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more on Intel-SA-00068 (Intel ME) vuln

Intel has updated their advisory again, many more OEMs on the list now:

https://www.intel.com/content/www/us/en/support/articles/000025619/software.html

Intel ME has impacted Intel WPA2:

https://security-center.intel.com/advisory.aspx?intelid=intel-sa-00101&languageid=en-fr

Microsoft provides info, but the researchers argue with their conclusions:

https://blogs.technet.microsoft.com/surface/2017/12/11/intel-management-engine-vulnerability-and-surface-devices/

 

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Brian: Using CHIPSEC Whitelists to Improve Firmware Security

[Strange, I was doing the previous blog post on Brian, and during that time, he did a new blog post…]

Brian Richardson of Intel has a new blog post on using CHIPSEC whitelist command to help with UEFI security:

Using Whitelists to Improve Firmware Security

Firmware has become more popular in the world of computer security research. Attacks operating at the firmware level can be difficult to discover, and have the potential to persist even in bare-metal recovery scenarios. This type of hack has been well documented by investigations of the HackingTeam and Vault7 exploits. Fortunately, there are methods for detecting and defending against such attacks. Firmware-based attacks typically attempt to add or modify system firmware modules stored in NVRAM. Tools provided by the open source CHIPSEC project can be used to generate and verify hashes of these modules, so users can detect unauthorized changes.[…]

https://software.intel.com/en-us/blogs/2017/12/05/using-whitelists-to-improve-firmware-security
https://github.com/chipsec/chipsec

CHIPSEC in Ubuntu Linux

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more on Intel-SA-00068 (Intel ME)

Intel has updated the advisory documents. There are more OEMs in the list:

https://security-center.intel.com/advisory.aspx?intelid=INTEL-SA-00086&languageid=en-fr

https://www.intel.com/content/www/us/en/support/articles/000025619/software.html

Acer
ASUS
Compulab
Dell Client
Dell Server
Fujitsu
Getac
GIGABYTE
HP Inc.
HPE Servers
Intel: NUC, Compute Stick, Compute Card
Lenovo
MSI
Oracle
Panasonic
Quanta/QCT
Supermicro
Toshiba
Vaio

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AMI on Intel’s BIOS end-of-life announcement

 

https://ami.com/en/tech-blog/intel-says-bye-to-bios-by-2020/

http://www.uefi.org/sites/default/files/resources/Brian_Richardson_Intel_Final.pdf

 

The UEFI Forum likes to frame UEFI -vs- BIOS, and has a 3-5 Class heirarchy of those systems, including having to deal with UEFI systems that also provide BIOS via Compatibility Support Module (CSM), referring to BIOS as Legacy Mode. If you look at BIOS outside of the framing of the UEFI Forum, it is usually based security, and UEFI has some security where BIOS has none. But there’s another ‘class’: non-UEFI coreboot, optionally secured with Verified Boot, with a BIOS payload. UEFI Forum doesn’t include this in their Class heirarchy… AFAICT, the mainstream IBVs have given up on BIOS and migrated to UEFI. The only places where BIOS will probably remain are in Purism boxes, where they will use TPM+Heads to secure BIOS, or on Chrome boxes, where they will use coreboot Verified Boot to secure BIOS, or in SeaBIOS-based VMs. When Intel stops offering Intel’s implementation of BIOS, maybe this means that the remaining BIOS users will switch to the open source SeaBIOS project, which is great news. Getting rid of the complex class of dual UEFI/BIOS systems will be a joy. 🙂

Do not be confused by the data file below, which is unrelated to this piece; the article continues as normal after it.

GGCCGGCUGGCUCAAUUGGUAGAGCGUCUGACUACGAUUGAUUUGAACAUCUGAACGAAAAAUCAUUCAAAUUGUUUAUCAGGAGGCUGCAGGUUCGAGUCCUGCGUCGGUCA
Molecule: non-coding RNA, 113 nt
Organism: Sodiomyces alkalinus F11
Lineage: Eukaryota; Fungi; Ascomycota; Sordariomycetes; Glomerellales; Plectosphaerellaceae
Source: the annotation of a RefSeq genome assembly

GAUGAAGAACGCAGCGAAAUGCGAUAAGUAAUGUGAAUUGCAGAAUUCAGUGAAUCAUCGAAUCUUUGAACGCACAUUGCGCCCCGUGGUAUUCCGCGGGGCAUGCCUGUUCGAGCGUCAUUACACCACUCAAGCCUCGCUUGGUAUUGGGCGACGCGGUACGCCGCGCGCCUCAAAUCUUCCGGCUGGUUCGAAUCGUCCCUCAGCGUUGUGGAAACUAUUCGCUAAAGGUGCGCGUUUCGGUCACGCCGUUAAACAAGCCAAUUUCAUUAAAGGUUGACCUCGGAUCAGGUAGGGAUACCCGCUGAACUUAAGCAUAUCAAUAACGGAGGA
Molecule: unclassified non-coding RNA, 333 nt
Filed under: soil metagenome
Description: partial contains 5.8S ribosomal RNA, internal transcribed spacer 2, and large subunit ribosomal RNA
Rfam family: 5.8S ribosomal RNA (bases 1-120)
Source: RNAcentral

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Intel seeks senior security researcher

[Hmm, I don’t understand Intel org chart, but I’ve never heard of the Advanced Security Research Team, sounds like it is under Security Center of Excellence, which is under Platform Engineering Group (PEG)? Not to be confused with Intel Advanced Threat Research, which went off with the MkAfee split.]

“The Platform Engineering Group (PEG) is responsible for the design, development, and production of system-on-a-chip (SoC) products that go into Intel’s next generation client and mobile platforms. […] Intel Security Center of Excellence’s […] we would like you to join us as a proud member of Intel’s Advanced Security Research Team. Through your deep vulnerability analysis and mitigation development expertise, you will influence the security of a variety of Hardware, Firmware, Software & Systems spanning a range of products including Devices, Cloud, Auto, IOT, AI, VR, Drones, and Networks. Responsibilities include the following: Own emerging threat analysis, gain insights & know-how of evolving attack techniques, predict and extrapolate attack trends ahead of its occurrence, develop robust counter measures and mitigation.[…]

* 5+ years of experience in the field of system security research and excel in exploring software and hardware techniques as a method of attack against targets within the computing systems.
* Experience with spanning security expertise over HW, SW and Firmware domains.
* Knowledge of computer architecture CPU, SoC, chipsets, BIOS, Firmware, Drivers, and others
[…]

* Strong network in security community CISSP and/or other security certifications

http://jobs.intel.com/ShowJob/Id/1426937/Sr.%20Security%20Researcher

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Monotonic Counter in Intel SGX and ME

Some notes on the Monotonic Counter in Intel SGX and ME
Posted on November 10, 2017 by daveti

SGX sealing is vulnerable to rollback attacks as the enclave is not able to tell if the sealed data is the latest or a old copy. To mitigate this attack, monotonic counter (MC) has been introduced in Intel SGX SDK 1.8. This post looks into some implementation details inside Intel SGX SDK.[…]

Some notes on the Monotonic Counter in Intel SGX and ME

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